Ontopia: The Topic Map Company

Managing Corporate Memory

Topic maps provide a way of bridging the chasm between information and knowledge, and making the relevant piece of information available at the right time. They are also a stable and reliable international standard. This makes them ideal for knowledge management applications, as this article explains.

Once upon a time, not so very long ago, the key to success in many industries was simply to have invested in exactly the right equipment, at the right point in time, in order to be able to deliver goods faster and cheaper than the competition. Today things are no longer that simple. The invention of the term "knowledge management" acknowledges the fact that what is in people's heads is rapidly becoming the key asset of many organizations, and that this knowledge needs to be nurtured, captured, and shared with others.

Easier said than done! To start with: How do we go about capturing knowledge?

Knowledge is closely associated with information but, at the same time, quite different from it: The difference is that of knowing a thing versus simply having information about that thing.

While we have technology to help manage, retrieve, and process information, the same cannot be said for knowledge. Today, most "knowledge management tools" are little more than information management tools with a new label on the box. On the other hand, knowledge representation has been locked in the domain of artificial intelligence and separated by an enormous chasm from information management.

Now, with the advent of topic maps, that chasm can be bridged.

Topic maps are the subject of a new international standard, ISO/IEC 13250:2000, whose purpose is to provide a unified model for representing knowledge and linking it with the information resources in which it is embodied.

With topic maps it becomes possible to both:

  • capture and manage precious corporate memory, and
  • find those needles of relevant information in the haystack of infosmog surrounding us.

Topic maps promise to revolutionize the ways in which we search for and navigate information, they allow us to model and represent knowledge in an interchangeable form, and they provide a unifying framework for knowledge and information management.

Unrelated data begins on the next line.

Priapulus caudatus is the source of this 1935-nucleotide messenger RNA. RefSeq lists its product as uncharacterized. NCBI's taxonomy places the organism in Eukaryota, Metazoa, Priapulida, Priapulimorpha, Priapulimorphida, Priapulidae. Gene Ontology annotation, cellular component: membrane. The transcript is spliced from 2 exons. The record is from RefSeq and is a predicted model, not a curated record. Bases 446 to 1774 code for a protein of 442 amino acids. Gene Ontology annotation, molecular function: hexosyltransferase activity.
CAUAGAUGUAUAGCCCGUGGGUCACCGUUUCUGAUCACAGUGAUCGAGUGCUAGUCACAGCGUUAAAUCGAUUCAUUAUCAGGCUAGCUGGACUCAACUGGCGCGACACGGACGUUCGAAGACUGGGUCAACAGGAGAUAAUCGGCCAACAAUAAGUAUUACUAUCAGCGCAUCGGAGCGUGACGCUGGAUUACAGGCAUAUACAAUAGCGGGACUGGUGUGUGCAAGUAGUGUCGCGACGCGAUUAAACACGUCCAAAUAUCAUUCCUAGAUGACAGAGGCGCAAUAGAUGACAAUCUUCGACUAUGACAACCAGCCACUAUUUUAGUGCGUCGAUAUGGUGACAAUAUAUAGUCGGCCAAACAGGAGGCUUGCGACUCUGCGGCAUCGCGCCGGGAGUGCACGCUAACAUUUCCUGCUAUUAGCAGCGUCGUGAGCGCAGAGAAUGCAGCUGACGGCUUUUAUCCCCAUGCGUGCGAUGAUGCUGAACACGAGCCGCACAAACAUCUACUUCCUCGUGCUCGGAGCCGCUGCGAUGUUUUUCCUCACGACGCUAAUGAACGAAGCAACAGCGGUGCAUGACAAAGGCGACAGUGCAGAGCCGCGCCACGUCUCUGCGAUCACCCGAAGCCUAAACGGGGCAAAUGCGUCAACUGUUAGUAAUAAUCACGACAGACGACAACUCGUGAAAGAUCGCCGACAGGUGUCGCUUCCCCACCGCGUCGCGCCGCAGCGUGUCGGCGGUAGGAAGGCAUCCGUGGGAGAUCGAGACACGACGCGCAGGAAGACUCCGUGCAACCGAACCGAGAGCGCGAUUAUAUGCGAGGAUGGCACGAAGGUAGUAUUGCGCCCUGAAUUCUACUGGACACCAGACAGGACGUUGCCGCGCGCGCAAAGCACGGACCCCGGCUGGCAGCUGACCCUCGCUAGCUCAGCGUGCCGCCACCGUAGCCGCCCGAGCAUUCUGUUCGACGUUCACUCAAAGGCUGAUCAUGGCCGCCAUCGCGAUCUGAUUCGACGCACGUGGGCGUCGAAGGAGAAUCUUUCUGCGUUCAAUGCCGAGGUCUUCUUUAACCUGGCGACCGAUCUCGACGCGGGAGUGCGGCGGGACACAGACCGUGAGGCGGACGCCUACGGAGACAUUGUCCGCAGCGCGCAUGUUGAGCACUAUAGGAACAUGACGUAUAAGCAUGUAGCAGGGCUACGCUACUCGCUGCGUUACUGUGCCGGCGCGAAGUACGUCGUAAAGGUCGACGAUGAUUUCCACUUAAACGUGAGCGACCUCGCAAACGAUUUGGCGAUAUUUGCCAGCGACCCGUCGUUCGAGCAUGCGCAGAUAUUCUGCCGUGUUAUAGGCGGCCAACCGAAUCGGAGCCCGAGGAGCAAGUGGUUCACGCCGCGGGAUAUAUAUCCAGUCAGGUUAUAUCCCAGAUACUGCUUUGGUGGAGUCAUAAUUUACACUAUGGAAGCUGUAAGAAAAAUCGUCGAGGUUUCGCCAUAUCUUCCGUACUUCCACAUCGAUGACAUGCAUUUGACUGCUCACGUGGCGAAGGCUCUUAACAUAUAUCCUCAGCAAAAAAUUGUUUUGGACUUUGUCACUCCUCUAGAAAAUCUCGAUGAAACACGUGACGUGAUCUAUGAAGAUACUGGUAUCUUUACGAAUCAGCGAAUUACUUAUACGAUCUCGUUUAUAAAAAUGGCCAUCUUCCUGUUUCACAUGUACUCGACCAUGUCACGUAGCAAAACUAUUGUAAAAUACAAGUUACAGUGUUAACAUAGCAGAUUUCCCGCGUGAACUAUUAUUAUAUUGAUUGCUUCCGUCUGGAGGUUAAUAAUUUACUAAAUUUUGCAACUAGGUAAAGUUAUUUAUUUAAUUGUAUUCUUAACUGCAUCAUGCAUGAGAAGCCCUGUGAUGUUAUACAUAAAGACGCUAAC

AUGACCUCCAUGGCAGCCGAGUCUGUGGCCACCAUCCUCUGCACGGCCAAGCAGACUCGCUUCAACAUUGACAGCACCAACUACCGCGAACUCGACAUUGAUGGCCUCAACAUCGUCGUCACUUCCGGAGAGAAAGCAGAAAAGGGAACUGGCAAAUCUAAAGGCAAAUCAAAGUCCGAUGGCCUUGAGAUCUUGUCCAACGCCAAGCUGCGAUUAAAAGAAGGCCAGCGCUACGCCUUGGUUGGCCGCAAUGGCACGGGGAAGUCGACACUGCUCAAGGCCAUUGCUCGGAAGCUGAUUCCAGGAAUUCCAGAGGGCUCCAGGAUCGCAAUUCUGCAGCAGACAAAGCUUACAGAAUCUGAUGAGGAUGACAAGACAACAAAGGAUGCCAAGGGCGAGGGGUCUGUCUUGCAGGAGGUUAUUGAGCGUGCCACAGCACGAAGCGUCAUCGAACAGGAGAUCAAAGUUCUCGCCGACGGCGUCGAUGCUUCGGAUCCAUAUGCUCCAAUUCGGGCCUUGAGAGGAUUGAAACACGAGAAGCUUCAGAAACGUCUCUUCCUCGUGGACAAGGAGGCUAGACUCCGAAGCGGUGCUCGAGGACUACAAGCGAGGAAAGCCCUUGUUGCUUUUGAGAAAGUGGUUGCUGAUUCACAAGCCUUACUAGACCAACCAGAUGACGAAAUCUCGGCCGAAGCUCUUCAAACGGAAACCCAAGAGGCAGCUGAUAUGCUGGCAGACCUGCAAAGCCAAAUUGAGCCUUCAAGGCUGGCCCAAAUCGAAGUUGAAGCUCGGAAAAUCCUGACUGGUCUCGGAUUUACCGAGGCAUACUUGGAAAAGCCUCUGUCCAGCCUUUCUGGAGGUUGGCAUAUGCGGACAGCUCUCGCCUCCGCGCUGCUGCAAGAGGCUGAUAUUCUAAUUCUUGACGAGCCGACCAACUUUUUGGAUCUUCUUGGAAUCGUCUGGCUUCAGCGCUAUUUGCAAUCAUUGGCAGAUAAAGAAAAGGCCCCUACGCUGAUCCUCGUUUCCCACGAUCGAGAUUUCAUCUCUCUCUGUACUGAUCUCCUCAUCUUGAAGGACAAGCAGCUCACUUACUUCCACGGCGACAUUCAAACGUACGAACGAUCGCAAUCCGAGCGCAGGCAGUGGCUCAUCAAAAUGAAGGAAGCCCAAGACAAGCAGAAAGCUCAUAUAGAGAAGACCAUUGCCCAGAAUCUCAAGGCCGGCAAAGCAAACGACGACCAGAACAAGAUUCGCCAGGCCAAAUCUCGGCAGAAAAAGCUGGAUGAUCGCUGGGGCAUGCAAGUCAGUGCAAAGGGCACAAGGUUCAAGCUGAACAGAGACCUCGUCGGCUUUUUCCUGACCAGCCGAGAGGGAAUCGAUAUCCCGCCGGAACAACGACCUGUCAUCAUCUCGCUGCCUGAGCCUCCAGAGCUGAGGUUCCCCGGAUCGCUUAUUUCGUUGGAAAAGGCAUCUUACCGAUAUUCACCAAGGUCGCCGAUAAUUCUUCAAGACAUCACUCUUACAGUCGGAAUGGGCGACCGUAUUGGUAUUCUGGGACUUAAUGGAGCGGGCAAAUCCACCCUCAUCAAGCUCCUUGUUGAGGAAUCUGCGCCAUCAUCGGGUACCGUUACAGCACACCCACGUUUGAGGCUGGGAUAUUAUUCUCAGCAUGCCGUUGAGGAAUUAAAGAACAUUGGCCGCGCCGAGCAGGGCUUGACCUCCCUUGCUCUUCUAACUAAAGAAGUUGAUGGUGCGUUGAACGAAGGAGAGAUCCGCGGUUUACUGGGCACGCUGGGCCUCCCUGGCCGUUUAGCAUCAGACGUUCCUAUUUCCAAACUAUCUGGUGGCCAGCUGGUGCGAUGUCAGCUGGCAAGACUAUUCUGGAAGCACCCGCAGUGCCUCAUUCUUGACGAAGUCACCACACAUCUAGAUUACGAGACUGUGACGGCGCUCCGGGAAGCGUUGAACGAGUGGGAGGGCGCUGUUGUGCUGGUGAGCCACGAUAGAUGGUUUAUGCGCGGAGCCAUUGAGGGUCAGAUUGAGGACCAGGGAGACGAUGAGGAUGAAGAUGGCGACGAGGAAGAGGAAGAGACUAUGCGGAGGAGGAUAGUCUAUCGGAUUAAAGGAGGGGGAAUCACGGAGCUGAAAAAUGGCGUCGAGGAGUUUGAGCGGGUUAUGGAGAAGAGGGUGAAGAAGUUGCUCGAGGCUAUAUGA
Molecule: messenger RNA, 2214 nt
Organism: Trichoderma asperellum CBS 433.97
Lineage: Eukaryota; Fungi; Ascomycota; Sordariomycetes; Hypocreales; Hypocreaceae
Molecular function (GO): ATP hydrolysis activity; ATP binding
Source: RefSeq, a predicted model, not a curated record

But as with most "radically new" things, the basic concepts are grounded in ideas that are familiar to all of us.

In fact, the starting point for the development of the topic map standard was the traditional back-of-book index. Such an index can be thought of as a map into the book's subject matter that captures some of the knowledge within it, in the form of a list of topics; certain associations between them (in the form of "see also" references); and occurrences of those topics within the text.

Drawing on insights from artificial intelligence, topic maps generalize these concepts into the realm of electronic information, and because they embrace both knowledge and information, they are ideal for knowledge management applications:

  • the entities involved in an organization (people, roles, products, etc.) can be represented as topics;
  • the complex and shifting relationships between those entities can be represented as associations; and
  • the documentation and other information resources that relate to them can be represented as occurrences.

Thus corporate memory can be captured in a standardized form, processed reliably by computers, and interchanged between applications. Topic maps will make the dream of being able to manage knowledge into a reality.